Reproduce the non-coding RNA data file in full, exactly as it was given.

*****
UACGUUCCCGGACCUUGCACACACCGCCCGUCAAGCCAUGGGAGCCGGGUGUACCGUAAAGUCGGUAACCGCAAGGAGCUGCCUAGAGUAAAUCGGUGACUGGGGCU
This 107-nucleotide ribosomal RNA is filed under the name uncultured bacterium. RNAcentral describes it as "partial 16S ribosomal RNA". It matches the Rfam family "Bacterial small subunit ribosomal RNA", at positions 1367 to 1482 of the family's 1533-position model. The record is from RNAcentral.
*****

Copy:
UACGUUCCCGGACCUUGCACACACCGCCCGUCAAGCCAUGGGAGCCGGGUGUACCGUAAAGUCGGUAACCGCAAGGAGCUGCCUAGAGUAAAUCGGUGACUGGGGCU
This 107-nucleotide ribosomal RNA is filed under the name uncultured bacterium. RNAcentral describes it as "partial 16S ribosomal RNA". It matches the Rfam family "Bacterial small subunit ribosomal RNA", at positions 1367 to 1482 of the family's 1533-position model. The record is from RNAcentral.